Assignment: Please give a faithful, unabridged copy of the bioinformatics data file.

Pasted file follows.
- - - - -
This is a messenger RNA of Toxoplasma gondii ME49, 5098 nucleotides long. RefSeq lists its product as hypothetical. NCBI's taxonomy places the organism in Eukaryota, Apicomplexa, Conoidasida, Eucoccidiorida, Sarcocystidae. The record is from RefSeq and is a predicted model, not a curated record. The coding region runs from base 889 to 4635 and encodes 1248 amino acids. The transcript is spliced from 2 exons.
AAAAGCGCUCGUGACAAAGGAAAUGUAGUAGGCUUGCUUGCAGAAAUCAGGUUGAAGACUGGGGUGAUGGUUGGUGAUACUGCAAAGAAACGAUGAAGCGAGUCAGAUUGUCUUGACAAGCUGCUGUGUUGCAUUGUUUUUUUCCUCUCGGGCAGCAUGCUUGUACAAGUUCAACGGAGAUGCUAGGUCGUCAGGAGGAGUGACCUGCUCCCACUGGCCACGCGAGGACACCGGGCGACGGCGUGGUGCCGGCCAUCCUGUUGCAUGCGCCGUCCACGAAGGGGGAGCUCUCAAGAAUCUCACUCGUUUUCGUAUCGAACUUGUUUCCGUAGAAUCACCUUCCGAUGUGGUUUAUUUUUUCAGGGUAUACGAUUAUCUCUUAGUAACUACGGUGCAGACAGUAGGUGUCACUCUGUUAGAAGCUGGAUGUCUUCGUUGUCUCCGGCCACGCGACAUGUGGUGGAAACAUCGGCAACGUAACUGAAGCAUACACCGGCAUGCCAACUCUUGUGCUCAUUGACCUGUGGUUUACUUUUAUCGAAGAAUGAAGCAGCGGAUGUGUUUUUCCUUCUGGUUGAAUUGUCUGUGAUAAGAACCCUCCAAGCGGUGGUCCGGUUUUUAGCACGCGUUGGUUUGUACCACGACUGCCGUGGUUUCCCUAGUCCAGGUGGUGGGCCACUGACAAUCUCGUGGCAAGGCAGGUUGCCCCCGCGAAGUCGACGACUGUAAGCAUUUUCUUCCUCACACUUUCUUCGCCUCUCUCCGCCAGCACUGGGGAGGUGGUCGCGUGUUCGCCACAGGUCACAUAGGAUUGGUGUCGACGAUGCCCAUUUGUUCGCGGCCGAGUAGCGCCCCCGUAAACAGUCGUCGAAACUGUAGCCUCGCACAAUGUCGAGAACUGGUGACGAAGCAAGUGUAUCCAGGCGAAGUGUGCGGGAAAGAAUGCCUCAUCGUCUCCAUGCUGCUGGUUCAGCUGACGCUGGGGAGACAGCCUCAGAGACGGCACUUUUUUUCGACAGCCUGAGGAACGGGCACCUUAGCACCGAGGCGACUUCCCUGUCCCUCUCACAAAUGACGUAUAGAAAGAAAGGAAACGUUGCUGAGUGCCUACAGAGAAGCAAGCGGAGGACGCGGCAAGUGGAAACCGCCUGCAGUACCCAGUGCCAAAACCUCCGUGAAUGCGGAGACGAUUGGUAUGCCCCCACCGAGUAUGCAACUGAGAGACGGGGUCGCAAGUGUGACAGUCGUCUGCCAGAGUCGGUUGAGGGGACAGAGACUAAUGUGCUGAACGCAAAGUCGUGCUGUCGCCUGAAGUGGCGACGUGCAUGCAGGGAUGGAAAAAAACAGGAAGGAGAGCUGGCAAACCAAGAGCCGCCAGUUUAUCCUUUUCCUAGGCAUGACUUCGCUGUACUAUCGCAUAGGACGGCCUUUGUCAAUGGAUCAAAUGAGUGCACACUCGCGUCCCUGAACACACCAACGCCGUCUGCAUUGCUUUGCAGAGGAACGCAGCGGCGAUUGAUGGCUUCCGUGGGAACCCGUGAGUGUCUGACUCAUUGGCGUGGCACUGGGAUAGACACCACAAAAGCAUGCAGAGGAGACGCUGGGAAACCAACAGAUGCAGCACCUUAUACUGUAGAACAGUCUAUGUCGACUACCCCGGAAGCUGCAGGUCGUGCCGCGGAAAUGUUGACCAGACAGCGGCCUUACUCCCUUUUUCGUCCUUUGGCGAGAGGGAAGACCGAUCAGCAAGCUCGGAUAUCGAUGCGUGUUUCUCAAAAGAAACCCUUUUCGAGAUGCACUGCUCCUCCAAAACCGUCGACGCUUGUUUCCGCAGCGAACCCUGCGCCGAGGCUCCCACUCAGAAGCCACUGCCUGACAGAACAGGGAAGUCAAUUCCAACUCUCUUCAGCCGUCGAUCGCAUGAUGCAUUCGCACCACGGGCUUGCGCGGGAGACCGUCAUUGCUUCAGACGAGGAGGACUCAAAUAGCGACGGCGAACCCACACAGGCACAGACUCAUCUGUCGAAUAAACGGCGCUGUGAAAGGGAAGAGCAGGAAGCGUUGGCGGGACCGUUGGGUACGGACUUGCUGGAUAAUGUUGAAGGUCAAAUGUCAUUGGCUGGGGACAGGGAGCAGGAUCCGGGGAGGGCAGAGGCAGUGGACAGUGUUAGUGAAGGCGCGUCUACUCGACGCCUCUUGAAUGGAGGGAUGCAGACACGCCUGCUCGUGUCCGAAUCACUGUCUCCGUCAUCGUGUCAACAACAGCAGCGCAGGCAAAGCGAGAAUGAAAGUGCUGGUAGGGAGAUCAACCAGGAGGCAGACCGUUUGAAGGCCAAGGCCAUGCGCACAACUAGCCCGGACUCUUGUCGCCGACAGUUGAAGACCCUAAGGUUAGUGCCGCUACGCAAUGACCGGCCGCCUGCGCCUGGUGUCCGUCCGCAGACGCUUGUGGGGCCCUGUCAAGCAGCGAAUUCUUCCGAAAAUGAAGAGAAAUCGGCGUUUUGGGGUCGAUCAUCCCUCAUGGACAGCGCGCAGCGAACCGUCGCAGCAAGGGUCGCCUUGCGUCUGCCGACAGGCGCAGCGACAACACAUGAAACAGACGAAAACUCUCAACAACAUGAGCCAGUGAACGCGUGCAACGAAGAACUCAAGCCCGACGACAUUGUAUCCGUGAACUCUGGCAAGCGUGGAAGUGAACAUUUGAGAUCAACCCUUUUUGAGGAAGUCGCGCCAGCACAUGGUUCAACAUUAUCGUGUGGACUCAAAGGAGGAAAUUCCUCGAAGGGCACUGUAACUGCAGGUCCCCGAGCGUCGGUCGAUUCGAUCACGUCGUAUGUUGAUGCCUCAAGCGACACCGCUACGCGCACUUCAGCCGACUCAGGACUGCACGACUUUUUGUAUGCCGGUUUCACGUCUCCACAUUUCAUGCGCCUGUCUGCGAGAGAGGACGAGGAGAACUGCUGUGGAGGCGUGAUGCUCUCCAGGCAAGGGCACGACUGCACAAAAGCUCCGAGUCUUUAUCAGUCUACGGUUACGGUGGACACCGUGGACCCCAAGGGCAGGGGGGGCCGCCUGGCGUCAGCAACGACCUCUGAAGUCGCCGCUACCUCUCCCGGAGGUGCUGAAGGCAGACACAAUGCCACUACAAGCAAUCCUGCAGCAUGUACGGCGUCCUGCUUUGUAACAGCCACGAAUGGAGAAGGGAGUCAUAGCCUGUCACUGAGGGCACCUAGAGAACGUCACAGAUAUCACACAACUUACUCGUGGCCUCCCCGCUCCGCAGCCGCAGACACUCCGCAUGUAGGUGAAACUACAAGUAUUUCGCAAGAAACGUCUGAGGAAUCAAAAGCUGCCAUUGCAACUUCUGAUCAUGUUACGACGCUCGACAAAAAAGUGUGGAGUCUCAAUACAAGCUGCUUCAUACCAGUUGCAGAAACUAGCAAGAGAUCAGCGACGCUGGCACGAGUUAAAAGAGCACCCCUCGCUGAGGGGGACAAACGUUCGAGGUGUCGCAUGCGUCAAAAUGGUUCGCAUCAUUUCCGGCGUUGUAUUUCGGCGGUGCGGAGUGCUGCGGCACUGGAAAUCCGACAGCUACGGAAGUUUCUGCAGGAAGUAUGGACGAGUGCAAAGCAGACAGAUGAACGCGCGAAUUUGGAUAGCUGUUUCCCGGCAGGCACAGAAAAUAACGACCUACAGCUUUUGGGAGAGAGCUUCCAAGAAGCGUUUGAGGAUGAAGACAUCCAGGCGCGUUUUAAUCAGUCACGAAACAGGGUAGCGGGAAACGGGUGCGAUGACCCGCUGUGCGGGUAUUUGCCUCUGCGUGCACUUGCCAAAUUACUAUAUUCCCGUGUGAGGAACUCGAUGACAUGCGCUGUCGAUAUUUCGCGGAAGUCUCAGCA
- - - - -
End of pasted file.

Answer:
This is a messenger RNA of Toxoplasma gondii ME49, 5098 nucleotides long. RefSeq lists its product as hypothetical. NCBI's taxonomy places the organism in Eukaryota, Apicomplexa, Conoidasida, Eucoccidiorida, Sarcocystidae. The record is from RefSeq and is a predicted model, not a curated record. The coding region runs from base 889 to 4635 and encodes 1248 amino acids. The transcript is spliced from 2 exons.
AAAAGCGCUCGUGACAAAGGAAAUGUAGUAGGCUUGCUUGCAGAAAUCAGGUUGAAGACUGGGGUGAUGGUUGGUGAUACUGCAAAGAAACGAUGAAGCGAGUCAGAUUGUCUUGACAAGCUGCUGUGUUGCAUUGUUUUUUUCCUCUCGGGCAGCAUGCUUGUACAAGUUCAACGGAGAUGCUAGGUCGUCAGGAGGAGUGACCUGCUCCCACUGGCCACGCGAGGACACCGGGCGACGGCGUGGUGCCGGCCAUCCUGUUGCAUGCGCCGUCCACGAAGGGGGAGCUCUCAAGAAUCUCACUCGUUUUCGUAUCGAACUUGUUUCCGUAGAAUCACCUUCCGAUGUGGUUUAUUUUUUCAGGGUAUACGAUUAUCUCUUAGUAACUACGGUGCAGACAGUAGGUGUCACUCUGUUAGAAGCUGGAUGUCUUCGUUGUCUCCGGCCACGCGACAUGUGGUGGAAACAUCGGCAACGUAACUGAAGCAUACACCGGCAUGCCAACUCUUGUGCUCAUUGACCUGUGGUUUACUUUUAUCGAAGAAUGAAGCAGCGGAUGUGUUUUUCCUUCUGGUUGAAUUGUCUGUGAUAAGAACCCUCCAAGCGGUGGUCCGGUUUUUAGCACGCGUUGGUUUGUACCACGACUGCCGUGGUUUCCCUAGUCCAGGUGGUGGGCCACUGACAAUCUCGUGGCAAGGCAGGUUGCCCCCGCGAAGUCGACGACUGUAAGCAUUUUCUUCCUCACACUUUCUUCGCCUCUCUCCGCCAGCACUGGGGAGGUGGUCGCGUGUUCGCCACAGGUCACAUAGGAUUGGUGUCGACGAUGCCCAUUUGUUCGCGGCCGAGUAGCGCCCCCGUAAACAGUCGUCGAAACUGUAGCCUCGCACAAUGUCGAGAACUGGUGACGAAGCAAGUGUAUCCAGGCGAAGUGUGCGGGAAAGAAUGCCUCAUCGUCUCCAUGCUGCUGGUUCAGCUGACGCUGGGGAGACAGCCUCAGAGACGGCACUUUUUUUCGACAGCCUGAGGAACGGGCACCUUAGCACCGAGGCGACUUCCCUGUCCCUCUCACAAAUGACGUAUAGAAAGAAAGGAAACGUUGCUGAGUGCCUACAGAGAAGCAAGCGGAGGACGCGGCAAGUGGAAACCGCCUGCAGUACCCAGUGCCAAAACCUCCGUGAAUGCGGAGACGAUUGGUAUGCCCCCACCGAGUAUGCAACUGAGAGACGGGGUCGCAAGUGUGACAGUCGUCUGCCAGAGUCGGUUGAGGGGACAGAGACUAAUGUGCUGAACGCAAAGUCGUGCUGUCGCCUGAAGUGGCGACGUGCAUGCAGGGAUGGAAAAAAACAGGAAGGAGAGCUGGCAAACCAAGAGCCGCCAGUUUAUCCUUUUCCUAGGCAUGACUUCGCUGUACUAUCGCAUAGGACGGCCUUUGUCAAUGGAUCAAAUGAGUGCACACUCGCGUCCCUGAACACACCAACGCCGUCUGCAUUGCUUUGCAGAGGAACGCAGCGGCGAUUGAUGGCUUCCGUGGGAACCCGUGAGUGUCUGACUCAUUGGCGUGGCACUGGGAUAGACACCACAAAAGCAUGCAGAGGAGACGCUGGGAAACCAACAGAUGCAGCACCUUAUACUGUAGAACAGUCUAUGUCGACUACCCCGGAAGCUGCAGGUCGUGCCGCGGAAAUGUUGACCAGACAGCGGCCUUACUCCCUUUUUCGUCCUUUGGCGAGAGGGAAGACCGAUCAGCAAGCUCGGAUAUCGAUGCGUGUUUCUCAAAAGAAACCCUUUUCGAGAUGCACUGCUCCUCCAAAACCGUCGACGCUUGUUUCCGCAGCGAACCCUGCGCCGAGGCUCCCACUCAGAAGCCACUGCCUGACAGAACAGGGAAGUCAAUUCCAACUCUCUUCAGCCGUCGAUCGCAUGAUGCAUUCGCACCACGGGCUUGCGCGGGAGACCGUCAUUGCUUCAGACGAGGAGGACUCAAAUAGCGACGGCGAACCCACACAGGCACAGACUCAUCUGUCGAAUAAACGGCGCUGUGAAAGGGAAGAGCAGGAAGCGUUGGCGGGACCGUUGGGUACGGACUUGCUGGAUAAUGUUGAAGGUCAAAUGUCAUUGGCUGGGGACAGGGAGCAGGAUCCGGGGAGGGCAGAGGCAGUGGACAGUGUUAGUGAAGGCGCGUCUACUCGACGCCUCUUGAAUGGAGGGAUGCAGACACGCCUGCUCGUGUCCGAAUCACUGUCUCCGUCAUCGUGUCAACAACAGCAGCGCAGGCAAAGCGAGAAUGAAAGUGCUGGUAGGGAGAUCAACCAGGAGGCAGACCGUUUGAAGGCCAAGGCCAUGCGCACAACUAGCCCGGACUCUUGUCGCCGACAGUUGAAGACCCUAAGGUUAGUGCCGCUACGCAAUGACCGGCCGCCUGCGCCUGGUGUCCGUCCGCAGACGCUUGUGGGGCCCUGUCAAGCAGCGAAUUCUUCCGAAAAUGAAGAGAAAUCGGCGUUUUGGGGUCGAUCAUCCCUCAUGGACAGCGCGCAGCGAACCGUCGCAGCAAGGGUCGCCUUGCGUCUGCCGACAGGCGCAGCGACAACACAUGAAACAGACGAAAACUCUCAACAACAUGAGCCAGUGAACGCGUGCAACGAAGAACUCAAGCCCGACGACAUUGUAUCCGUGAACUCUGGCAAGCGUGGAAGUGAACAUUUGAGAUCAACCCUUUUUGAGGAAGUCGCGCCAGCACAUGGUUCAACAUUAUCGUGUGGACUCAAAGGAGGAAAUUCCUCGAAGGGCACUGUAACUGCAGGUCCCCGAGCGUCGGUCGAUUCGAUCACGUCGUAUGUUGAUGCCUCAAGCGACACCGCUACGCGCACUUCAGCCGACUCAGGACUGCACGACUUUUUGUAUGCCGGUUUCACGUCUCCACAUUUCAUGCGCCUGUCUGCGAGAGAGGACGAGGAGAACUGCUGUGGAGGCGUGAUGCUCUCCAGGCAAGGGCACGACUGCACAAAAGCUCCGAGUCUUUAUCAGUCUACGGUUACGGUGGACACCGUGGACCCCAAGGGCAGGGGGGGCCGCCUGGCGUCAGCAACGACCUCUGAAGUCGCCGCUACCUCUCCCGGAGGUGCUGAAGGCAGACACAAUGCCACUACAAGCAAUCCUGCAGCAUGUACGGCGUCCUGCUUUGUAACAGCCACGAAUGGAGAAGGGAGUCAUAGCCUGUCACUGAGGGCACCUAGAGAACGUCACAGAUAUCACACAACUUACUCGUGGCCUCCCCGCUCCGCAGCCGCAGACACUCCGCAUGUAGGUGAAACUACAAGUAUUUCGCAAGAAACGUCUGAGGAAUCAAAAGCUGCCAUUGCAACUUCUGAUCAUGUUACGACGCUCGACAAAAAAGUGUGGAGUCUCAAUACAAGCUGCUUCAUACCAGUUGCAGAAACUAGCAAGAGAUCAGCGACGCUGGCACGAGUUAAAAGAGCACCCCUCGCUGAGGGGGACAAACGUUCGAGGUGUCGCAUGCGUCAAAAUGGUUCGCAUCAUUUCCGGCGUUGUAUUUCGGCGGUGCGGAGUGCUGCGGCACUGGAAAUCCGACAGCUACGGAAGUUUCUGCAGGAAGUAUGGACGAGUGCAAAGCAGACAGAUGAACGCGCGAAUUUGGAUAGCUGUUUCCCGGCAGGCACAGAAAAUAACGACCUACAGCUUUUGGGAGAGAGCUUCCAAGAAGCGUUUGAGGAUGAAGACAUCCAGGCGCGUUUUAAUCAGUCACGAAACAGGGUAGCGGGAAACGGGUGCGAUGACCCGCUGUGCGGGUAUUUGCCUCUGCGUGCACUUGCCAAAUUACUAUAUUCCCGUGUGAGGAACUCGAUGACAUGCGCUGUCGAUAUUUCGCGGAAGUCUCAGCA